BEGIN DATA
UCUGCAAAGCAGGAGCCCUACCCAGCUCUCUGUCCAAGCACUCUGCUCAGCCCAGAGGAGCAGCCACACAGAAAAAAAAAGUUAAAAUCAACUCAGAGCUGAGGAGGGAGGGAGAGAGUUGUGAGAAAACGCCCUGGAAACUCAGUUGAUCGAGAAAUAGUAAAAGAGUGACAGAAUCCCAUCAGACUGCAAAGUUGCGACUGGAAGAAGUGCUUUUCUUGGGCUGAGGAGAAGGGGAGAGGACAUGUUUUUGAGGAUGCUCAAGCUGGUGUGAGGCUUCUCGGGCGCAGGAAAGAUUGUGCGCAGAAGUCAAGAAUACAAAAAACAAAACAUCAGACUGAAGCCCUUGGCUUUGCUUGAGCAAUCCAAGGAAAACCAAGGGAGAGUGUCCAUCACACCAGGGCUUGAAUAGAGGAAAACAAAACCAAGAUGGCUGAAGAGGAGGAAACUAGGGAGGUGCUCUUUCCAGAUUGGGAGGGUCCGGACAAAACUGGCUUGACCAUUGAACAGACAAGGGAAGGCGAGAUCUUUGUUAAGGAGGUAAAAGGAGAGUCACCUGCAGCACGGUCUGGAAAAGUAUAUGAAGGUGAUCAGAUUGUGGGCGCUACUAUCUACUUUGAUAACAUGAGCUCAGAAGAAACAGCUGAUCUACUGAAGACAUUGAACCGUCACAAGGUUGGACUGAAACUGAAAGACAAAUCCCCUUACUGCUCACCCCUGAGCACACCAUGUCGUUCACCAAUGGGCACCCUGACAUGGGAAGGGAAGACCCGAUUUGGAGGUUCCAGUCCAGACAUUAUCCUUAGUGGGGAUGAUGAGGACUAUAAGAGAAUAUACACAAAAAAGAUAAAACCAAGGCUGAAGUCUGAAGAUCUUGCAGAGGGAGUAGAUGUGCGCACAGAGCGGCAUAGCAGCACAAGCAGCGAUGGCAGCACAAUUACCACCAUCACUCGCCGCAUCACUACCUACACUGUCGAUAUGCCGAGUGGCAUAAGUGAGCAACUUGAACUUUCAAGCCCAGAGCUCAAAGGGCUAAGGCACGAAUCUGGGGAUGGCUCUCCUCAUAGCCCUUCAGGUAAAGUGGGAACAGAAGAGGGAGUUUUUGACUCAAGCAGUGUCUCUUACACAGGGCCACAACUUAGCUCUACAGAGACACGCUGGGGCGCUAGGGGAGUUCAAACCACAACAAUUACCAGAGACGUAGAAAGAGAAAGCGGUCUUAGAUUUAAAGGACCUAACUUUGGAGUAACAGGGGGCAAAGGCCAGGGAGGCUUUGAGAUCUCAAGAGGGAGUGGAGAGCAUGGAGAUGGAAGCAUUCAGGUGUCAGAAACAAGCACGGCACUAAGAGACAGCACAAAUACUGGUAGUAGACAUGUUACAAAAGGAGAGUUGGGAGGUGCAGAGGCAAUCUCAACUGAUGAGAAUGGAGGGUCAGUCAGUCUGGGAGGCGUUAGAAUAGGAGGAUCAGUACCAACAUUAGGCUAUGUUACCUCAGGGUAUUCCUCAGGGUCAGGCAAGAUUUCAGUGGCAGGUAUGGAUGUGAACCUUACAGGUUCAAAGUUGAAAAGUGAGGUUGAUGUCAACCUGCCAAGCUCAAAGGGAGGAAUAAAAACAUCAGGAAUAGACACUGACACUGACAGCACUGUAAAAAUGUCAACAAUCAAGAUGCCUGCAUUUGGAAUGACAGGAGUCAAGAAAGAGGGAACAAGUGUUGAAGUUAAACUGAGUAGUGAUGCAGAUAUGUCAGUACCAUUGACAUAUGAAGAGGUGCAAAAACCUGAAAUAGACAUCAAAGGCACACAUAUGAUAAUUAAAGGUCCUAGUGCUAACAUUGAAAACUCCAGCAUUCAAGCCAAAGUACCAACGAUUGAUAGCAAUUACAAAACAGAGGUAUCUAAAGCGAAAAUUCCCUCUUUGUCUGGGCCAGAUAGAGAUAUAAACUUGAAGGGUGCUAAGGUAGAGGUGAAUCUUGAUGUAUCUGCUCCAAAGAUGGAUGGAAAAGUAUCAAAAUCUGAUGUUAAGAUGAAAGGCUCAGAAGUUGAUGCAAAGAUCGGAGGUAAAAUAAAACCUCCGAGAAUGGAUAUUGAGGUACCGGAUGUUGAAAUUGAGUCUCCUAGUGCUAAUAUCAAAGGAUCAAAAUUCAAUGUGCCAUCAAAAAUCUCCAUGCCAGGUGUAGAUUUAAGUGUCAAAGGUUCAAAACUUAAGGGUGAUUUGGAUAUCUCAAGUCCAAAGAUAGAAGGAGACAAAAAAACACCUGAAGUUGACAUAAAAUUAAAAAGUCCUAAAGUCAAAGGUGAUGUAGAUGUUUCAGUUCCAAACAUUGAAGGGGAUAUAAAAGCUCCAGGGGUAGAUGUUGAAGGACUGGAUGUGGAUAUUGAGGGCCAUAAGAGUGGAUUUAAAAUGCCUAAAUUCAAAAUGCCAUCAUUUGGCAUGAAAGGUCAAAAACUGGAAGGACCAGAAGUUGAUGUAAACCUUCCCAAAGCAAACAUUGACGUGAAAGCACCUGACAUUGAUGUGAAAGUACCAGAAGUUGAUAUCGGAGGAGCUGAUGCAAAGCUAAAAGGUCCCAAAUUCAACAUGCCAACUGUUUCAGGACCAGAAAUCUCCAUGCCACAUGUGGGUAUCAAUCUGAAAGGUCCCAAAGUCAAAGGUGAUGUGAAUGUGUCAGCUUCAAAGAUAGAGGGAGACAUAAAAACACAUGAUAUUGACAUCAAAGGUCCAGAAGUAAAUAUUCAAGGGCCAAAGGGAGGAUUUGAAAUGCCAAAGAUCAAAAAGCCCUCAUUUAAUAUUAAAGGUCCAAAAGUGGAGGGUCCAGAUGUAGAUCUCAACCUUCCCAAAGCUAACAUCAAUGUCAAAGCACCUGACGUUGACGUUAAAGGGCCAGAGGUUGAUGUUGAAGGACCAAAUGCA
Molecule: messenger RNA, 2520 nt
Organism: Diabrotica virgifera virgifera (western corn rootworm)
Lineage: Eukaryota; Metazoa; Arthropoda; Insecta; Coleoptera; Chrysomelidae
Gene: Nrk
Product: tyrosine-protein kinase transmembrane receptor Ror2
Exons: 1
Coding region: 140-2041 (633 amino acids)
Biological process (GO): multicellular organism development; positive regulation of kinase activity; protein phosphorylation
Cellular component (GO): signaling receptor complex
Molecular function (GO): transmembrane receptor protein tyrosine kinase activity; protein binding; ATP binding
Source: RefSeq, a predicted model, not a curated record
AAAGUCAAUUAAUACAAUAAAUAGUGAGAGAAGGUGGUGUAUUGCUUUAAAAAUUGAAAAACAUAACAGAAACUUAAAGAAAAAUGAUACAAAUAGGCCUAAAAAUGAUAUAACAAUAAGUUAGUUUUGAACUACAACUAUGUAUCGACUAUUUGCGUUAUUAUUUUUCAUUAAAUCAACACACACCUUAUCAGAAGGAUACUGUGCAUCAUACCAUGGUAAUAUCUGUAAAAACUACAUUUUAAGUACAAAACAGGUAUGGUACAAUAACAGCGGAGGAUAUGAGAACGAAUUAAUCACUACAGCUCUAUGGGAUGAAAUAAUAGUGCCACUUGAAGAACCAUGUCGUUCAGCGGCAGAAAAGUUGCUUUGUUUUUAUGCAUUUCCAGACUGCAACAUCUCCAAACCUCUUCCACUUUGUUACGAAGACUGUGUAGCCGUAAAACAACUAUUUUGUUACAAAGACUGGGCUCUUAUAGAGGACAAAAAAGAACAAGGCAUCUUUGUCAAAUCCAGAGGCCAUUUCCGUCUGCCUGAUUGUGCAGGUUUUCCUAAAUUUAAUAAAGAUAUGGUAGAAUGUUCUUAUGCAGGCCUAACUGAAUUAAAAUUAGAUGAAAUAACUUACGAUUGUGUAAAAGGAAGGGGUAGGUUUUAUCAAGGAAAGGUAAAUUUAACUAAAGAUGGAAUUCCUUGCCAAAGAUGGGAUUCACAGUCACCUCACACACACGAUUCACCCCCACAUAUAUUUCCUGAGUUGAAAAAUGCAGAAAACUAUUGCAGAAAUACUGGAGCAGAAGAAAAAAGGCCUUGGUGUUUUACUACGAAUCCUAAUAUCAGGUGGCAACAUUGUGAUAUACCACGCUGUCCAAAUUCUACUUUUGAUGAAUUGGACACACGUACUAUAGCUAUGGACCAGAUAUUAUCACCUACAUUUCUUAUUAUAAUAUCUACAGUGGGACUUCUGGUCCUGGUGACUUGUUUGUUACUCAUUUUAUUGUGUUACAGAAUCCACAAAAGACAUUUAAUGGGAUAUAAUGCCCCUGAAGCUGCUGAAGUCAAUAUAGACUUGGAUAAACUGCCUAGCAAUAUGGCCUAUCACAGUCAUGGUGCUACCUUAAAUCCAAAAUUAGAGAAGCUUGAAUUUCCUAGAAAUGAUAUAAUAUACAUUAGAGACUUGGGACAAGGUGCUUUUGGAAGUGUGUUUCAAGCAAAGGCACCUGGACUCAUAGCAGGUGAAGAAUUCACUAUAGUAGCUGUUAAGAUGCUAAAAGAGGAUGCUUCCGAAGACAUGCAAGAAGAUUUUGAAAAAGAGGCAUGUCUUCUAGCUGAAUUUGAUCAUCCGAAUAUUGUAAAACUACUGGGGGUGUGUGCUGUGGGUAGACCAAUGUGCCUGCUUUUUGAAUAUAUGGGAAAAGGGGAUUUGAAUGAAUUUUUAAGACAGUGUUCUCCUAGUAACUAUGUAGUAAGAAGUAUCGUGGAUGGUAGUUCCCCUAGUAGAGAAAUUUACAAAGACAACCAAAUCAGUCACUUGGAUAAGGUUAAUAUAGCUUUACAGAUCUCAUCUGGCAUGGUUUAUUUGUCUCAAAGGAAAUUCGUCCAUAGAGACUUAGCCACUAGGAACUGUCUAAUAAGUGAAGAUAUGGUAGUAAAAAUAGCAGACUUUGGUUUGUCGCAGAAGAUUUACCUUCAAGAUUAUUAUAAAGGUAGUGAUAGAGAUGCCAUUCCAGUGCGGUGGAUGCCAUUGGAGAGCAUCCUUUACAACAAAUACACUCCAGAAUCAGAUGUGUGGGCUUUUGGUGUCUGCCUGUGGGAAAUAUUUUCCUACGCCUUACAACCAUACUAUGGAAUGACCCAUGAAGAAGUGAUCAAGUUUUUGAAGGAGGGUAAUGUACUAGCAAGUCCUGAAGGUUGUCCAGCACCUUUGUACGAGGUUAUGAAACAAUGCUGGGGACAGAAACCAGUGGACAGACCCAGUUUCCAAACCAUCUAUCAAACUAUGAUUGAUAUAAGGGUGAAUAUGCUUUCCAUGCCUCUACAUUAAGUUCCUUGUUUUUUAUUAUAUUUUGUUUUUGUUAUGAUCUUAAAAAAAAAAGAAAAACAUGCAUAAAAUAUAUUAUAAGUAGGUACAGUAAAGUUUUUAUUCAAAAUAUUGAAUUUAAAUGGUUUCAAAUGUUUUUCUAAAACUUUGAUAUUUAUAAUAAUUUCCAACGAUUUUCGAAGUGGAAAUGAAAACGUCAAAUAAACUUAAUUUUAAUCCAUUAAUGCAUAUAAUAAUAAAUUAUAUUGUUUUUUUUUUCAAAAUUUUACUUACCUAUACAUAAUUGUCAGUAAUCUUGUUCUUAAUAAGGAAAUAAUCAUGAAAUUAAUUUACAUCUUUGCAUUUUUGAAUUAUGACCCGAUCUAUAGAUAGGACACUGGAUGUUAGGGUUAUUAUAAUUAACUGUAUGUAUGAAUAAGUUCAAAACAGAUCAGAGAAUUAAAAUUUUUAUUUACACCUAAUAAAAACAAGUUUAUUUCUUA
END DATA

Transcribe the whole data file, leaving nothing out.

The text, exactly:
UCUGCAAAGCAGGAGCCCUACCCAGCUCUCUGUCCAAGCACUCUGCUCAGCCCAGAGGAGCAGCCACACAGAAAAAAAAAGUUAAAAUCAACUCAGAGCUGAGGAGGGAGGGAGAGAGUUGUGAGAAAACGCCCUGGAAACUCAGUUGAUCGAGAAAUAGUAAAAGAGUGACAGAAUCCCAUCAGACUGCAAAGUUGCGACUGGAAGAAGUGCUUUUCUUGGGCUGAGGAGAAGGGGAGAGGACAUGUUUUUGAGGAUGCUCAAGCUGGUGUGAGGCUUCUCGGGCGCAGGAAAGAUUGUGCGCAGAAGUCAAGAAUACAAAAAACAAAACAUCAGACUGAAGCCCUUGGCUUUGCUUGAGCAAUCCAAGGAAAACCAAGGGAGAGUGUCCAUCACACCAGGGCUUGAAUAGAGGAAAACAAAACCAAGAUGGCUGAAGAGGAGGAAACUAGGGAGGUGCUCUUUCCAGAUUGGGAGGGUCCGGACAAAACUGGCUUGACCAUUGAACAGACAAGGGAAGGCGAGAUCUUUGUUAAGGAGGUAAAAGGAGAGUCACCUGCAGCACGGUCUGGAAAAGUAUAUGAAGGUGAUCAGAUUGUGGGCGCUACUAUCUACUUUGAUAACAUGAGCUCAGAAGAAACAGCUGAUCUACUGAAGACAUUGAACCGUCACAAGGUUGGACUGAAACUGAAAGACAAAUCCCCUUACUGCUCACCCCUGAGCACACCAUGUCGUUCACCAAUGGGCACCCUGACAUGGGAAGGGAAGACCCGAUUUGGAGGUUCCAGUCCAGACAUUAUCCUUAGUGGGGAUGAUGAGGACUAUAAGAGAAUAUACACAAAAAAGAUAAAACCAAGGCUGAAGUCUGAAGAUCUUGCAGAGGGAGUAGAUGUGCGCACAGAGCGGCAUAGCAGCACAAGCAGCGAUGGCAGCACAAUUACCACCAUCACUCGCCGCAUCACUACCUACACUGUCGAUAUGCCGAGUGGCAUAAGUGAGCAACUUGAACUUUCAAGCCCAGAGCUCAAAGGGCUAAGGCACGAAUCUGGGGAUGGCUCUCCUCAUAGCCCUUCAGGUAAAGUGGGAACAGAAGAGGGAGUUUUUGACUCAAGCAGUGUCUCUUACACAGGGCCACAACUUAGCUCUACAGAGACACGCUGGGGCGCUAGGGGAGUUCAAACCACAACAAUUACCAGAGACGUAGAAAGAGAAAGCGGUCUUAGAUUUAAAGGACCUAACUUUGGAGUAACAGGGGGCAAAGGCCAGGGAGGCUUUGAGAUCUCAAGAGGGAGUGGAGAGCAUGGAGAUGGAAGCAUUCAGGUGUCAGAAACAAGCACGGCACUAAGAGACAGCACAAAUACUGGUAGUAGACAUGUUACAAAAGGAGAGUUGGGAGGUGCAGAGGCAAUCUCAACUGAUGAGAAUGGAGGGUCAGUCAGUCUGGGAGGCGUUAGAAUAGGAGGAUCAGUACCAACAUUAGGCUAUGUUACCUCAGGGUAUUCCUCAGGGUCAGGCAAGAUUUCAGUGGCAGGUAUGGAUGUGAACCUUACAGGUUCAAAGUUGAAAAGUGAGGUUGAUGUCAACCUGCCAAGCUCAAAGGGAGGAAUAAAAACAUCAGGAAUAGACACUGACACUGACAGCACUGUAAAAAUGUCAACAAUCAAGAUGCCUGCAUUUGGAAUGACAGGAGUCAAGAAAGAGGGAACAAGUGUUGAAGUUAAACUGAGUAGUGAUGCAGAUAUGUCAGUACCAUUGACAUAUGAAGAGGUGCAAAAACCUGAAAUAGACAUCAAAGGCACACAUAUGAUAAUUAAAGGUCCUAGUGCUAACAUUGAAAACUCCAGCAUUCAAGCCAAAGUACCAACGAUUGAUAGCAAUUACAAAACAGAGGUAUCUAAAGCGAAAAUUCCCUCUUUGUCUGGGCCAGAUAGAGAUAUAAACUUGAAGGGUGCUAAGGUAGAGGUGAAUCUUGAUGUAUCUGCUCCAAAGAUGGAUGGAAAAGUAUCAAAAUCUGAUGUUAAGAUGAAAGGCUCAGAAGUUGAUGCAAAGAUCGGAGGUAAAAUAAAACCUCCGAGAAUGGAUAUUGAGGUACCGGAUGUUGAAAUUGAGUCUCCUAGUGCUAAUAUCAAAGGAUCAAAAUUCAAUGUGCCAUCAAAAAUCUCCAUGCCAGGUGUAGAUUUAAGUGUCAAAGGUUCAAAACUUAAGGGUGAUUUGGAUAUCUCAAGUCCAAAGAUAGAAGGAGACAAAAAAACACCUGAAGUUGACAUAAAAUUAAAAAGUCCUAAAGUCAAAGGUGAUGUAGAUGUUUCAGUUCCAAACAUUGAAGGGGAUAUAAAAGCUCCAGGGGUAGAUGUUGAAGGACUGGAUGUGGAUAUUGAGGGCCAUAAGAGUGGAUUUAAAAUGCCUAAAUUCAAAAUGCCAUCAUUUGGCAUGAAAGGUCAAAAACUGGAAGGACCAGAAGUUGAUGUAAACCUUCCCAAAGCAAACAUUGACGUGAAAGCACCUGACAUUGAUGUGAAAGUACCAGAAGUUGAUAUCGGAGGAGCUGAUGCAAAGCUAAAAGGUCCCAAAUUCAACAUGCCAACUGUUUCAGGACCAGAAAUCUCCAUGCCACAUGUGGGUAUCAAUCUGAAAGGUCCCAAAGUCAAAGGUGAUGUGAAUGUGUCAGCUUCAAAGAUAGAGGGAGACAUAAAAACACAUGAUAUUGACAUCAAAGGUCCAGAAGUAAAUAUUCAAGGGCCAAAGGGAGGAUUUGAAAUGCCAAAGAUCAAAAAGCCCUCAUUUAAUAUUAAAGGUCCAAAAGUGGAGGGUCCAGAUGUAGAUCUCAACCUUCCCAAAGCUAACAUCAAUGUCAAAGCACCUGACGUUGACGUUAAAGGGCCAGAGGUUGAUGUUGAAGGACCAAAUGCA
Molecule: messenger RNA, 2520 nt
Organism: Diabrotica virgifera virgifera (western corn rootworm)
Lineage: Eukaryota; Metazoa; Arthropoda; Insecta; Coleoptera; Chrysomelidae
Gene: Nrk
Product: tyrosine-protein kinase transmembrane receptor Ror2
Exons: 1
Coding region: 140-2041 (633 amino acids)
Biological process (GO): multicellular organism development; positive regulation of kinase activity; protein phosphorylation
Cellular component (GO): signaling receptor complex
Molecular function (GO): transmembrane receptor protein tyrosine kinase activity; protein binding; ATP binding
Source: RefSeq, a predicted model, not a curated record
AAAGUCAAUUAAUACAAUAAAUAGUGAGAGAAGGUGGUGUAUUGCUUUAAAAAUUGAAAAACAUAACAGAAACUUAAAGAAAAAUGAUACAAAUAGGCCUAAAAAUGAUAUAACAAUAAGUUAGUUUUGAACUACAACUAUGUAUCGACUAUUUGCGUUAUUAUUUUUCAUUAAAUCAACACACACCUUAUCAGAAGGAUACUGUGCAUCAUACCAUGGUAAUAUCUGUAAAAACUACAUUUUAAGUACAAAACAGGUAUGGUACAAUAACAGCGGAGGAUAUGAGAACGAAUUAAUCACUACAGCUCUAUGGGAUGAAAUAAUAGUGCCACUUGAAGAACCAUGUCGUUCAGCGGCAGAAAAGUUGCUUUGUUUUUAUGCAUUUCCAGACUGCAACAUCUCCAAACCUCUUCCACUUUGUUACGAAGACUGUGUAGCCGUAAAACAACUAUUUUGUUACAAAGACUGGGCUCUUAUAGAGGACAAAAAAGAACAAGGCAUCUUUGUCAAAUCCAGAGGCCAUUUCCGUCUGCCUGAUUGUGCAGGUUUUCCUAAAUUUAAUAAAGAUAUGGUAGAAUGUUCUUAUGCAGGCCUAACUGAAUUAAAAUUAGAUGAAAUAACUUACGAUUGUGUAAAAGGAAGGGGUAGGUUUUAUCAAGGAAAGGUAAAUUUAACUAAAGAUGGAAUUCCUUGCCAAAGAUGGGAUUCACAGUCACCUCACACACACGAUUCACCCCCACAUAUAUUUCCUGAGUUGAAAAAUGCAGAAAACUAUUGCAGAAAUACUGGAGCAGAAGAAAAAAGGCCUUGGUGUUUUACUACGAAUCCUAAUAUCAGGUGGCAACAUUGUGAUAUACCACGCUGUCCAAAUUCUACUUUUGAUGAAUUGGACACACGUACUAUAGCUAUGGACCAGAUAUUAUCACCUACAUUUCUUAUUAUAAUAUCUACAGUGGGACUUCUGGUCCUGGUGACUUGUUUGUUACUCAUUUUAUUGUGUUACAGAAUCCACAAAAGACAUUUAAUGGGAUAUAAUGCCCCUGAAGCUGCUGAAGUCAAUAUAGACUUGGAUAAACUGCCUAGCAAUAUGGCCUAUCACAGUCAUGGUGCUACCUUAAAUCCAAAAUUAGAGAAGCUUGAAUUUCCUAGAAAUGAUAUAAUAUACAUUAGAGACUUGGGACAAGGUGCUUUUGGAAGUGUGUUUCAAGCAAAGGCACCUGGACUCAUAGCAGGUGAAGAAUUCACUAUAGUAGCUGUUAAGAUGCUAAAAGAGGAUGCUUCCGAAGACAUGCAAGAAGAUUUUGAAAAAGAGGCAUGUCUUCUAGCUGAAUUUGAUCAUCCGAAUAUUGUAAAACUACUGGGGGUGUGUGCUGUGGGUAGACCAAUGUGCCUGCUUUUUGAAUAUAUGGGAAAAGGGGAUUUGAAUGAAUUUUUAAGACAGUGUUCUCCUAGUAACUAUGUAGUAAGAAGUAUCGUGGAUGGUAGUUCCCCUAGUAGAGAAAUUUACAAAGACAACCAAAUCAGUCACUUGGAUAAGGUUAAUAUAGCUUUACAGAUCUCAUCUGGCAUGGUUUAUUUGUCUCAAAGGAAAUUCGUCCAUAGAGACUUAGCCACUAGGAACUGUCUAAUAAGUGAAGAUAUGGUAGUAAAAAUAGCAGACUUUGGUUUGUCGCAGAAGAUUUACCUUCAAGAUUAUUAUAAAGGUAGUGAUAGAGAUGCCAUUCCAGUGCGGUGGAUGCCAUUGGAGAGCAUCCUUUACAACAAAUACACUCCAGAAUCAGAUGUGUGGGCUUUUGGUGUCUGCCUGUGGGAAAUAUUUUCCUACGCCUUACAACCAUACUAUGGAAUGACCCAUGAAGAAGUGAUCAAGUUUUUGAAGGAGGGUAAUGUACUAGCAAGUCCUGAAGGUUGUCCAGCACCUUUGUACGAGGUUAUGAAACAAUGCUGGGGACAGAAACCAGUGGACAGACCCAGUUUCCAAACCAUCUAUCAAACUAUGAUUGAUAUAAGGGUGAAUAUGCUUUCCAUGCCUCUACAUUAAGUUCCUUGUUUUUUAUUAUAUUUUGUUUUUGUUAUGAUCUUAAAAAAAAAAGAAAAACAUGCAUAAAAUAUAUUAUAAGUAGGUACAGUAAAGUUUUUAUUCAAAAUAUUGAAUUUAAAUGGUUUCAAAUGUUUUUCUAAAACUUUGAUAUUUAUAAUAAUUUCCAACGAUUUUCGAAGUGGAAAUGAAAACGUCAAAUAAACUUAAUUUUAAUCCAUUAAUGCAUAUAAUAAUAAAUUAUAUUGUUUUUUUUUUCAAAAUUUUACUUACCUAUACAUAAUUGUCAGUAAUCUUGUUCUUAAUAAGGAAAUAAUCAUGAAAUUAAUUUACAUCUUUGCAUUUUUGAAUUAUGACCCGAUCUAUAGAUAGGACACUGGAUGUUAGGGUUAUUAUAAUUAACUGUAUGUAUGAAUAAGUUCAAAACAGAUCAGAGAAUUAAAAUUUUUAUUUACACCUAAUAAAAACAAGUUUAUUUCUUA